Fidelity to Our Founding Principles


Saint John Paul II once met with President George W. Bush and later said,

In my recent meeting with President Bush, I emphasized my deep esteem for the rich patrimony of human, religious and moral values which have historically shaped the American character. I expressed the conviction that America’s continued moral leadership in the world depends on her fidelity to her founding principles. (Address of the Holy Father to the New Ambassador of the United States of America to the Holy See, September 13, 2001).

However, many Secularists in America today do not want to be governed by our Constitution nor to St. John Paul II’s call to “fidelity to [our] founding principles.” Below is an example from the Facebook page of my daughter, Maggie Lynch Eisenbarth. She posted the following thread including herself, Secularist Karen, and Anthony (Tony) Esolen, author and professor at Magdalen College:

Maggie:

“Our Constitution was made only for a moral and religious people. It is wholly inadequate to the government of any other.” (John Adams, Letter to the Massachusetts Militia, October 11, 1798).

Secularist Karen sarcastically replied:

Silly me…. I thought it was for all citizens!
I am saddened that this suggests that a person must be religious in order to be an adequate and moral human. Will any religion do or is there a specific one we must adhere to?

Maggie replied:

Hi, Karen, how are you? John Adams, our second president, understood this to be true: that immoral people would not want to be governed by the Constitution. It is a deep thought and one that asks for charity and logic of thought.

Professor Esolen:

I’m continually struck by how EASY people in our time think it is to hold to the moral law. We are a nation of rogues, liars, cheats, sluts, drunks; we are touchy, vindictive, foul-mouthed, ungrateful, and selfish; we slander our forebears; we put our sexual gratification before the welfare of our children; we butcher children in the womb; we care so little about a child’s innocence that we permit the sewage of pornography; we talk a big talk about love but we assume that it costs us nothing, that love does not mean sometimes accepting unhappiness, even the sacrifice of what you want the most … It’s as if we weaklings could just smile and be pleasant and that will be all right.… When Adams uses the word “religion,” he uses it in its full sense: it implies personal duties not only FROM God but TO God; it implies the virtue of piety.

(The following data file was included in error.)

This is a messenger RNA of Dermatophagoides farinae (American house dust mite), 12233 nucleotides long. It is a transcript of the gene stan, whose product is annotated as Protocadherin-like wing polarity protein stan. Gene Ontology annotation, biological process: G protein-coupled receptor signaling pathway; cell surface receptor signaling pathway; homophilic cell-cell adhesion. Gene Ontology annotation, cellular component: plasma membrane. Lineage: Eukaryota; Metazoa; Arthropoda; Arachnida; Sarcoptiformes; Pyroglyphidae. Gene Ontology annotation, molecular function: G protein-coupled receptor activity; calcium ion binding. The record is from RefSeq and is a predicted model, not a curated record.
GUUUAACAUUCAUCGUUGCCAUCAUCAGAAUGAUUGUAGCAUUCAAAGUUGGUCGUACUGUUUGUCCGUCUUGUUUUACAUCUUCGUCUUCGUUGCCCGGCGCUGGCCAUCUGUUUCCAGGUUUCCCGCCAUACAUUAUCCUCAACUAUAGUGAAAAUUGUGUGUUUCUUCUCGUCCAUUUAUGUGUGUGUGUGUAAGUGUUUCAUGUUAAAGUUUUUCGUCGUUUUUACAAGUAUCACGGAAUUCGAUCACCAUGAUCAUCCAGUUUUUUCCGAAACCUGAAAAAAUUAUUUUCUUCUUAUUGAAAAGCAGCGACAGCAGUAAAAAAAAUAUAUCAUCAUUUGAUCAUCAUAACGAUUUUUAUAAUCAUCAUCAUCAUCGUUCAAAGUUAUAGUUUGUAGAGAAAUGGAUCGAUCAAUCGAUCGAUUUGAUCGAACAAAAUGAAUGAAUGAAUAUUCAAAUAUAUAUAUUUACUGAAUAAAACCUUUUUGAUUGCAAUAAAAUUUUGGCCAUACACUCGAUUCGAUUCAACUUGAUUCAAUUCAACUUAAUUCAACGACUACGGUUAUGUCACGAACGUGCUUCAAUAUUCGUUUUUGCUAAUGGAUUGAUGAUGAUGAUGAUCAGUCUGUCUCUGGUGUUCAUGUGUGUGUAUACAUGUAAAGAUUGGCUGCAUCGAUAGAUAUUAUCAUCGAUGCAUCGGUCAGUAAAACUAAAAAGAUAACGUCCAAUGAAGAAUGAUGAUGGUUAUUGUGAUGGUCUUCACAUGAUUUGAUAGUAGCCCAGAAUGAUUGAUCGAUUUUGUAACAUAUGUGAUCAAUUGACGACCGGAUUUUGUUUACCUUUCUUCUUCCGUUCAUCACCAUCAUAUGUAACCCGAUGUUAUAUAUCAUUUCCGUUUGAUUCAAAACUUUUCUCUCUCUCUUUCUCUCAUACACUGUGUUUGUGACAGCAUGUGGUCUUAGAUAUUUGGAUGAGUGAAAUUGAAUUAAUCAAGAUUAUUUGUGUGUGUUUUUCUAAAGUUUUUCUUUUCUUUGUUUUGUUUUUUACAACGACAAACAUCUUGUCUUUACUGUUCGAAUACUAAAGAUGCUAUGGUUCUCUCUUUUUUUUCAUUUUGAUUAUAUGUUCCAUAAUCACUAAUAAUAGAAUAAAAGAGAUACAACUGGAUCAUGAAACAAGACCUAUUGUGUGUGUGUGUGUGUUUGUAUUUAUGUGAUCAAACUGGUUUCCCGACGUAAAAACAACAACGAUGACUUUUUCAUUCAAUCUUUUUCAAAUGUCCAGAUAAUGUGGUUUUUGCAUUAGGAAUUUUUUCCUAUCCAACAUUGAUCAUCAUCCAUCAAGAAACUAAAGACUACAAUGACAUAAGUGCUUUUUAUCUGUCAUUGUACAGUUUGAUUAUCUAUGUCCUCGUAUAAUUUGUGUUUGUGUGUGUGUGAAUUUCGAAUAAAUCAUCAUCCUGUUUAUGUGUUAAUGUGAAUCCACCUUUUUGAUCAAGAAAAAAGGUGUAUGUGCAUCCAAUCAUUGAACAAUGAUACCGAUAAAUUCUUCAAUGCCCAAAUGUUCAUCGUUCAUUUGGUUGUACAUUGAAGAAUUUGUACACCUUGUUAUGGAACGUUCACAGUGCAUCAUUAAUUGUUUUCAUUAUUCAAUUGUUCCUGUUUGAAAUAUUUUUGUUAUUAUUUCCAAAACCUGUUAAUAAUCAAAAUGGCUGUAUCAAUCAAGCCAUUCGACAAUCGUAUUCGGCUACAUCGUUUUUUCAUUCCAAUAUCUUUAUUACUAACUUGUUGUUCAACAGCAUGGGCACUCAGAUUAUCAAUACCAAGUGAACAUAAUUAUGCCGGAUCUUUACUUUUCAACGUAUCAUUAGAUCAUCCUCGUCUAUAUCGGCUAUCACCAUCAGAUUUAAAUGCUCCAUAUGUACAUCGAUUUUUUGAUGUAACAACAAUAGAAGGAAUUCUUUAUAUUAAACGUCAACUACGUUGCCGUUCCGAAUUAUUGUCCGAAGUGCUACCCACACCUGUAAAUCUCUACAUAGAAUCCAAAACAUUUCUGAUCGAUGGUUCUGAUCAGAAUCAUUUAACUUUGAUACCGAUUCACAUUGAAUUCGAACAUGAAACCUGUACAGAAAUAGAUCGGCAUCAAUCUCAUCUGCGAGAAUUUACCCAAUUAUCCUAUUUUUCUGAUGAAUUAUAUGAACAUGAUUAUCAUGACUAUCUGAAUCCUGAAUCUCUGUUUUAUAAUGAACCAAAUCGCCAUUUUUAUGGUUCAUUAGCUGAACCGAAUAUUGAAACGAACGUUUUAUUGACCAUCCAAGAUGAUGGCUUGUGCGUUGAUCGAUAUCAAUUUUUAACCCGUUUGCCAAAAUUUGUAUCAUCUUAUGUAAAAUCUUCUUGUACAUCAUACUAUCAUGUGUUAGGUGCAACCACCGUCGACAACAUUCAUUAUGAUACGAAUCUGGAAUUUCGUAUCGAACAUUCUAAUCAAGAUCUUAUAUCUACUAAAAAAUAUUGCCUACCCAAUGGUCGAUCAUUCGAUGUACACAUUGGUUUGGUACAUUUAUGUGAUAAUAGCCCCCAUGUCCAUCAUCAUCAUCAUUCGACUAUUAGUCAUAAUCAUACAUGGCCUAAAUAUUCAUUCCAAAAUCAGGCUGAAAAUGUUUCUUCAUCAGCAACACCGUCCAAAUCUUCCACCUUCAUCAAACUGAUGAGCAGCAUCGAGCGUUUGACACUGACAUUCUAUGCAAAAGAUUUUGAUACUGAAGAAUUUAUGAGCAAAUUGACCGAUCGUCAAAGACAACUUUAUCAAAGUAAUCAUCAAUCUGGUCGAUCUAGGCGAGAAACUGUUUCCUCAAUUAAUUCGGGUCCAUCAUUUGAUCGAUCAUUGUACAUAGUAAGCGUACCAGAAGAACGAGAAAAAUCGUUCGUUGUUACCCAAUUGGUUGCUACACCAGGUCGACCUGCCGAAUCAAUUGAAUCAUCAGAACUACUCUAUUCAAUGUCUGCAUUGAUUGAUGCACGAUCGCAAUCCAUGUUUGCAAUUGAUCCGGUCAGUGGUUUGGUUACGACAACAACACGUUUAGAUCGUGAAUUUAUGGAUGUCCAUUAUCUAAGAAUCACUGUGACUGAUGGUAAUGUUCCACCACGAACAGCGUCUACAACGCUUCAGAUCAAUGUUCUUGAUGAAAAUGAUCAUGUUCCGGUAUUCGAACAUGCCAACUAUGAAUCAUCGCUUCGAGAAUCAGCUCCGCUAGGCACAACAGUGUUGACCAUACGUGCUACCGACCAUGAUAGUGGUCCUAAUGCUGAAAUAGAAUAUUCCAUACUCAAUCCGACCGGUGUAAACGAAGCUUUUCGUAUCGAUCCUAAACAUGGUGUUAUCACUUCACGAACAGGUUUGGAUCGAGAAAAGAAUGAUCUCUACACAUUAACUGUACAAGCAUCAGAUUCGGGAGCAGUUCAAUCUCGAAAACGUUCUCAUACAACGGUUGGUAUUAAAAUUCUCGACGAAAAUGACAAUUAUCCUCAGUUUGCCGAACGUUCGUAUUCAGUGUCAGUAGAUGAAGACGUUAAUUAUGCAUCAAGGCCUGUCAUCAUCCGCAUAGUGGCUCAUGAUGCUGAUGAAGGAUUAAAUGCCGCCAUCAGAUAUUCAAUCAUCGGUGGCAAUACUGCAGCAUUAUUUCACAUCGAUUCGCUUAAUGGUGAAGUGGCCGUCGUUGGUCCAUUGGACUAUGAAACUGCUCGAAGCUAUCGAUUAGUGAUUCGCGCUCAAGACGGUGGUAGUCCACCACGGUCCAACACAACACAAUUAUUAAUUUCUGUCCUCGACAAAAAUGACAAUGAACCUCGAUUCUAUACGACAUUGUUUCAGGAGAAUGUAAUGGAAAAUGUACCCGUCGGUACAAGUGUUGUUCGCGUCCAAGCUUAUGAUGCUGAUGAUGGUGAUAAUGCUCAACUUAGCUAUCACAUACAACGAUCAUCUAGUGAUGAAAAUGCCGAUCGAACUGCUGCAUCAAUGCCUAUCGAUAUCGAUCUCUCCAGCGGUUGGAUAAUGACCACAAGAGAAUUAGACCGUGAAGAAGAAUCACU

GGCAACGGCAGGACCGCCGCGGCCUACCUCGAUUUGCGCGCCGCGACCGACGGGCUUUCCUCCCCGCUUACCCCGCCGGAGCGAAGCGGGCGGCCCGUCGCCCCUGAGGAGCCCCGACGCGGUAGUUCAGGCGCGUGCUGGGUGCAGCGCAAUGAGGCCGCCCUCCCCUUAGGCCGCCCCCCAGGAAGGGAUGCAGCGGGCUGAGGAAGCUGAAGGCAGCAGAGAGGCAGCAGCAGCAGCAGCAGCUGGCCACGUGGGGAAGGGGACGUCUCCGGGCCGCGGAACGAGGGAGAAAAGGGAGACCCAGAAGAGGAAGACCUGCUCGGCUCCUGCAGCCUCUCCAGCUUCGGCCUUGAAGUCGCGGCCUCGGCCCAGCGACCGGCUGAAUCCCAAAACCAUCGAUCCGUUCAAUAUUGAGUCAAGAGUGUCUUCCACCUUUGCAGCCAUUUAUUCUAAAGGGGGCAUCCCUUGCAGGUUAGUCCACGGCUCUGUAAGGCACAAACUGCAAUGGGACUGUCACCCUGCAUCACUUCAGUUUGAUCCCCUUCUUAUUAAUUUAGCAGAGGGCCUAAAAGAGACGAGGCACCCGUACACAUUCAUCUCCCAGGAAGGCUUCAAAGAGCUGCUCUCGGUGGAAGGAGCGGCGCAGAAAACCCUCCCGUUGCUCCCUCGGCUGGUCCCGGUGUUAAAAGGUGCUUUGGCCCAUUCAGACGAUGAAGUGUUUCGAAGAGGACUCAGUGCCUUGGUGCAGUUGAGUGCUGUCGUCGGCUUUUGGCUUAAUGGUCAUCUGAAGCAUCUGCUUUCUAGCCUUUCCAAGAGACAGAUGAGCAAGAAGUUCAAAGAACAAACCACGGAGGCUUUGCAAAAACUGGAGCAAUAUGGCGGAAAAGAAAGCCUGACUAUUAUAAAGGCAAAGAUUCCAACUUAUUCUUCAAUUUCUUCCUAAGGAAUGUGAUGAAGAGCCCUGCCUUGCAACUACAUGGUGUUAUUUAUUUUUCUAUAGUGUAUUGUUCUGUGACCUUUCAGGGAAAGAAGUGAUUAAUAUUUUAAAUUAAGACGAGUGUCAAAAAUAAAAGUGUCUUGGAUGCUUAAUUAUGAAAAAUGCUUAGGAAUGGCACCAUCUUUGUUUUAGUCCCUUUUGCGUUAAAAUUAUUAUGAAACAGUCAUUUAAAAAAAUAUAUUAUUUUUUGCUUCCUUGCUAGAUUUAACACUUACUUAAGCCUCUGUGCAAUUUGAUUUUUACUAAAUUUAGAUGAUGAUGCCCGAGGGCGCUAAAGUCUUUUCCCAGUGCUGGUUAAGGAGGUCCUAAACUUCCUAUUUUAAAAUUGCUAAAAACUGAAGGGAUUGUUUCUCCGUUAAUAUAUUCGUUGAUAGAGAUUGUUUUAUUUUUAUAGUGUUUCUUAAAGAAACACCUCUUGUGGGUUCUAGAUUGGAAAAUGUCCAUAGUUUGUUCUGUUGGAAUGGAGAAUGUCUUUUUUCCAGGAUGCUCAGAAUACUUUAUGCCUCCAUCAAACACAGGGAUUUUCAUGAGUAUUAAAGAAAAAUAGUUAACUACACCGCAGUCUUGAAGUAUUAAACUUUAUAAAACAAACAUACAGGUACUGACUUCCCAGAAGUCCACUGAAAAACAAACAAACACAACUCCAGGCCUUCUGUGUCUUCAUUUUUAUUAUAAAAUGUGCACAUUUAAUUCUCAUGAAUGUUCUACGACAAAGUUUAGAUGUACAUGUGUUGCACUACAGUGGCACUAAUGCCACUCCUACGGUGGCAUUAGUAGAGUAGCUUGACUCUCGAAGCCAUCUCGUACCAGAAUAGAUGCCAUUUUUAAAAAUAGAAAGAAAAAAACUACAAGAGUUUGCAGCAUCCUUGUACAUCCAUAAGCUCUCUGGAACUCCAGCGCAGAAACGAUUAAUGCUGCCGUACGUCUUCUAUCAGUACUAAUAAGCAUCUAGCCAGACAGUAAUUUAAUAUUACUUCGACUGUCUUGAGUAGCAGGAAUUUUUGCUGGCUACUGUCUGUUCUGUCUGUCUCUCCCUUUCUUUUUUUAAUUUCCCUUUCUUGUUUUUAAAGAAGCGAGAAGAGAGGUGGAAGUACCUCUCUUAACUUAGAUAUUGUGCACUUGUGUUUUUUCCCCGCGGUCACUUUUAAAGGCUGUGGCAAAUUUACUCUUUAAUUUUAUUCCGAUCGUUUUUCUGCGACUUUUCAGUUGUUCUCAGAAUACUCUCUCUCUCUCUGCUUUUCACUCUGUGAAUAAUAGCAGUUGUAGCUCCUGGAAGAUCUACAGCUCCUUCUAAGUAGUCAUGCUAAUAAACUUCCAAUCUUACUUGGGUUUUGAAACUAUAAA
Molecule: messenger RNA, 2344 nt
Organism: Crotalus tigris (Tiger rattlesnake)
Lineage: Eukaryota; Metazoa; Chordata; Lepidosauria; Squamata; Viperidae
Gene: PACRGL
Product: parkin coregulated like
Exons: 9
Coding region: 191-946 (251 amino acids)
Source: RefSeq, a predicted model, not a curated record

Maggie replied:

I think it is striking, it is not a “religion” that John Adams is referring to, but a code and a particular code, based on morals. Today, moral vs immoral is subjective. I think he was wise to foresee that the Constitution, meant to govern as an allowance of freedom, would be attacked and would not govern those who are slaves to immorality.

Maggie asked Professor Esolen:

Is morality fluid? Does our Constitution tell us how to behave? What is natural law and what are God given rights?

This is how I see it, the right to life, liberty and the pursuit of happiness is futile if those people to which our Constitution is governing, in order to secure those rights are void of morals such as Communists, Marxists and the like, because their end goal is not individual liberty and freedom. John Adams’ quote was as important in 1798 as it is in 2021. Communism is not dead. In addition, the 5th commandment, Thou shall not kill, is relative today to your size, your race and your age.

Professor Esolen replied:

Our Constitution doesn’t tell us how to behave. It is a set of by-laws establishing departments of government, delimiting their areas of operation, and outlining their mutual relations. It was not supposed to be a cultural document, much less a moral code or a catechism.

Morality is not fluid. What is fluid is man’s perception of it, but if you step back and you look at human cultures generally, you will find broad agreement on the principles. C. S. Lewis notes them in the appendix of his Abolition of Man.

All of the Founders took for granted, from their readings of history, the poets and philosophers both pagan and Christian, and the Scriptures, that you will pursue happiness quite in vain unless you are virtuous, and that it is very difficult to be virtuous. I get the feeling these days that people think you are “virtuous” if you have the “correct” political opinions and if you are what is called “nice.” That’s nonsense. Niceness is more a matter of your temperament and digestive system than of virtue. The proof comes when times are hard. How many “nice” people break their vows to God and man when they divorce — for one example?


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